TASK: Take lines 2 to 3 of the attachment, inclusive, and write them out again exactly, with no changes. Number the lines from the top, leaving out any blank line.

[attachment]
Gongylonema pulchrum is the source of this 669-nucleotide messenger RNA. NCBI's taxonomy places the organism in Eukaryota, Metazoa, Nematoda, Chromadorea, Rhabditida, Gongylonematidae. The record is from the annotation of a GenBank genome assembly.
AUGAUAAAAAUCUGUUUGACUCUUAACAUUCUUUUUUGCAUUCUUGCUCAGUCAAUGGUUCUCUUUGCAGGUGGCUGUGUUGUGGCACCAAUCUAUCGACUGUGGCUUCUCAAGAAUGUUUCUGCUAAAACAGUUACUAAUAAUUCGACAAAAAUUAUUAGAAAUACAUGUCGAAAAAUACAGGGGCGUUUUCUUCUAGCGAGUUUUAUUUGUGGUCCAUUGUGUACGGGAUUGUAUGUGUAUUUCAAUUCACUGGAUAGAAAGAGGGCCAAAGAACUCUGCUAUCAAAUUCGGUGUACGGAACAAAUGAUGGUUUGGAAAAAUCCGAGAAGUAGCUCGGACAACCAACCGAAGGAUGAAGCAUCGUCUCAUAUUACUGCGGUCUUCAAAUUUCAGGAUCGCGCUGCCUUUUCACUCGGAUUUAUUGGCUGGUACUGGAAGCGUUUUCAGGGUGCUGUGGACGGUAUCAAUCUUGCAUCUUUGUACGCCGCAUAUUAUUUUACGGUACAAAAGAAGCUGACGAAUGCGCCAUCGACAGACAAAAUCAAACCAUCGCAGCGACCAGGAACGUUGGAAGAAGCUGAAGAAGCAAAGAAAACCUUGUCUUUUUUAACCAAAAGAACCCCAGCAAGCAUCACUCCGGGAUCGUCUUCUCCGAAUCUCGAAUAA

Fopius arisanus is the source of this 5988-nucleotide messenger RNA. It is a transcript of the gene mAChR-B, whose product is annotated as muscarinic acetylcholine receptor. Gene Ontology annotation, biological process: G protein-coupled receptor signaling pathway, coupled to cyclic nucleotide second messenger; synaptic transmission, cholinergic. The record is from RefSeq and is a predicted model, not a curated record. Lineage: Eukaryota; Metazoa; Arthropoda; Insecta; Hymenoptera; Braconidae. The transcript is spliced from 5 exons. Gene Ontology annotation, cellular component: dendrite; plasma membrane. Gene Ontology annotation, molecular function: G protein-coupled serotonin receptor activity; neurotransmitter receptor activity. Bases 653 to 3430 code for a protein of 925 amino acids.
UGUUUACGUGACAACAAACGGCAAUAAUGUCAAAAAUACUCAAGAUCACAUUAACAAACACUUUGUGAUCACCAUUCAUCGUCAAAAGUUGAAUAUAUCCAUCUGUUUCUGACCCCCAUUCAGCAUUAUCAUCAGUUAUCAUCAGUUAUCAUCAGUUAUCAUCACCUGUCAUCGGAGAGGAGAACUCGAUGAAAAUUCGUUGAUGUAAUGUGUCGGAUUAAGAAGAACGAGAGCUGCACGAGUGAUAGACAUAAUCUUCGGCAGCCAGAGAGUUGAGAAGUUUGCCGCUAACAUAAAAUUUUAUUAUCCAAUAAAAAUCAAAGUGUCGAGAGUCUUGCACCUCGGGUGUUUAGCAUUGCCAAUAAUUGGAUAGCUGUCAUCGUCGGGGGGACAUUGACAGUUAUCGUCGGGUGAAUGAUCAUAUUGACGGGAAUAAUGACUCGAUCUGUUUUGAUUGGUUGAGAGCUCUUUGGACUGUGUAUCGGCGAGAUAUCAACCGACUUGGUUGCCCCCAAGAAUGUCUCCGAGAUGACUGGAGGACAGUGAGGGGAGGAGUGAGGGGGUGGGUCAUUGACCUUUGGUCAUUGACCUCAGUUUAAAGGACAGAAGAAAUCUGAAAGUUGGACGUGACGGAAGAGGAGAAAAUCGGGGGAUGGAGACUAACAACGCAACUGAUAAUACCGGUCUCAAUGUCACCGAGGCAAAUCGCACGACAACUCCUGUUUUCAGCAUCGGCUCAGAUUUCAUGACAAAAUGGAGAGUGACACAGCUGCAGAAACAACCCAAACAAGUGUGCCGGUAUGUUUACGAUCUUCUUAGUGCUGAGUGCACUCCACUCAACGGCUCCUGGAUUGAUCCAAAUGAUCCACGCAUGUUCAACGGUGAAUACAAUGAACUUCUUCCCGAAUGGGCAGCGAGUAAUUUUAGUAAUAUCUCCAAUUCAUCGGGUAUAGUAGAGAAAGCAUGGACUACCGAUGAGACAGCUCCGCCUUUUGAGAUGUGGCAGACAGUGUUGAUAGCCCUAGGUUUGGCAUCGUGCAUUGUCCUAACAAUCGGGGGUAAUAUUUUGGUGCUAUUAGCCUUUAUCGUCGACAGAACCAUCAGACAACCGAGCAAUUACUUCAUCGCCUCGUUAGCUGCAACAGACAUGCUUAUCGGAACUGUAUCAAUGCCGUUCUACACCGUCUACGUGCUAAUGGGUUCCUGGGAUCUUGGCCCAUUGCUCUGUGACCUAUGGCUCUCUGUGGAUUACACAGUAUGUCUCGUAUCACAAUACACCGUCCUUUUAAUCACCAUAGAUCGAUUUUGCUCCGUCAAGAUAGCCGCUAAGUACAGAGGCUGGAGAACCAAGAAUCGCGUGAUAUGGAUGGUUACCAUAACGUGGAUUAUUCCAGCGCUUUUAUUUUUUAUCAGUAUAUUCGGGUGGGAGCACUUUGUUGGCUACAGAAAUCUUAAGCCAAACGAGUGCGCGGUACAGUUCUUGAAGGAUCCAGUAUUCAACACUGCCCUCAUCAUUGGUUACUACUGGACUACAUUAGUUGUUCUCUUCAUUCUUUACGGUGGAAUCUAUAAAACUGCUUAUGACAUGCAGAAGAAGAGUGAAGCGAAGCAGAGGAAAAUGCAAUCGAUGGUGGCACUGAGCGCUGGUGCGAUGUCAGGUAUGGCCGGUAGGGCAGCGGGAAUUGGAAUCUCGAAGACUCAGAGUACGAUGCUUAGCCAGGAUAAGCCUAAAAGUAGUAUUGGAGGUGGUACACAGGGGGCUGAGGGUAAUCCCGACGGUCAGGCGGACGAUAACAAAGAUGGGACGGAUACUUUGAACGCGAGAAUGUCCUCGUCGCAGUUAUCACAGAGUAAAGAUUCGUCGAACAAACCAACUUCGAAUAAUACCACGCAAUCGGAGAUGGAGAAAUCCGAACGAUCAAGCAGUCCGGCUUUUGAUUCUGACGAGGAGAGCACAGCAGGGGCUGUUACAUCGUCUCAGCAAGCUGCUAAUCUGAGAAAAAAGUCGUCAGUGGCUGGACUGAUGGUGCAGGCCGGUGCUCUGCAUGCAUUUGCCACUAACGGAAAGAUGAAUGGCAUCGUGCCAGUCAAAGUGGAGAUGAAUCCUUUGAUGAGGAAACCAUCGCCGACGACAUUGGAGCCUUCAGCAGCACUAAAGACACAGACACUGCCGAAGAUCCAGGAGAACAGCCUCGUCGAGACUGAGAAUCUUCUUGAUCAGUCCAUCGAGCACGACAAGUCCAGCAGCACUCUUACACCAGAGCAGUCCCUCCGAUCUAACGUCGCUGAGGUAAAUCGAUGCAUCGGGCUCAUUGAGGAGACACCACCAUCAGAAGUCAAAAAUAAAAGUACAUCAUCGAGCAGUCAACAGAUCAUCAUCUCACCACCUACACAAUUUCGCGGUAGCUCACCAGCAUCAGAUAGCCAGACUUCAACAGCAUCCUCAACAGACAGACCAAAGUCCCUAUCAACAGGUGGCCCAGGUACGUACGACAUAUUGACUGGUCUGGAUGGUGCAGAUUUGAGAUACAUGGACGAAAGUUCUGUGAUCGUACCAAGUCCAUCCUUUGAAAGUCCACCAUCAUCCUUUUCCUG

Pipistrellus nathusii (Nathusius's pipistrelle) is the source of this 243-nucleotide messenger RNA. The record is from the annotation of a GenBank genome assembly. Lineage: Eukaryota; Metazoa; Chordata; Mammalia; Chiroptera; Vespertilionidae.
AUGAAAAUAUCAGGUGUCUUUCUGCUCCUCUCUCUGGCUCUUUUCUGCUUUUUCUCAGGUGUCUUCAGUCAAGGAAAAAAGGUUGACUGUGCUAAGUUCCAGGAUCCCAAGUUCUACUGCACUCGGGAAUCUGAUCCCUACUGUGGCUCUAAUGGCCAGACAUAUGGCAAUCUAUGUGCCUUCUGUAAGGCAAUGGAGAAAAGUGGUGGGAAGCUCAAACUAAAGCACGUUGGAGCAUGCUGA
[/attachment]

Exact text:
AUGAUAAAAAUCUGUUUGACUCUUAACAUUCUUUUUUGCAUUCUUGCUCAGUCAAUGGUUCUCUUUGCAGGUGGCUGUGUUGUGGCACCAAUCUAUCGACUGUGGCUUCUCAAGAAUGUUUCUGCUAAAACAGUUACUAAUAAUUCGACAAAAAUUAUUAGAAAUACAUGUCGAAAAAUACAGGGGCGUUUUCUUCUAGCGAGUUUUAUUUGUGGUCCAUUGUGUACGGGAUUGUAUGUGUAUUUCAAUUCACUGGAUAGAAAGAGGGCCAAAGAACUCUGCUAUCAAAUUCGGUGUACGGAACAAAUGAUGGUUUGGAAAAAUCCGAGAAGUAGCUCGGACAACCAACCGAAGGAUGAAGCAUCGUCUCAUAUUACUGCGGUCUUCAAAUUUCAGGAUCGCGCUGCCUUUUCACUCGGAUUUAUUGGCUGGUACUGGAAGCGUUUUCAGGGUGCUGUGGACGGUAUCAAUCUUGCAUCUUUGUACGCCGCAUAUUAUUUUACGGUACAAAAGAAGCUGACGAAUGCGCCAUCGACAGACAAAAUCAAACCAUCGCAGCGACCAGGAACGUUGGAAGAAGCUGAAGAAGCAAAGAAAACCUUGUCUUUUUUAACCAAAAGAACCCCAGCAAGCAUCACUCCGGGAUCGUCUUCUCCGAAUCUCGAAUAA

Fopius arisanus is the source of this 5988-nucleotide messenger RNA. It is a transcript of the gene mAChR-B, whose product is annotated as muscarinic acetylcholine receptor. Gene Ontology annotation, biological process: G protein-coupled receptor signaling pathway, coupled to cyclic nucleotide second messenger; synaptic transmission, cholinergic. The record is from RefSeq and is a predicted model, not a curated record. Lineage: Eukaryota; Metazoa; Arthropoda; Insecta; Hymenoptera; Braconidae. The transcript is spliced from 5 exons. Gene Ontology annotation, cellular component: dendrite; plasma membrane. Gene Ontology annotation, molecular function: G protein-coupled serotonin receptor activity; neurotransmitter receptor activity. Bases 653 to 3430 code for a protein of 925 amino acids.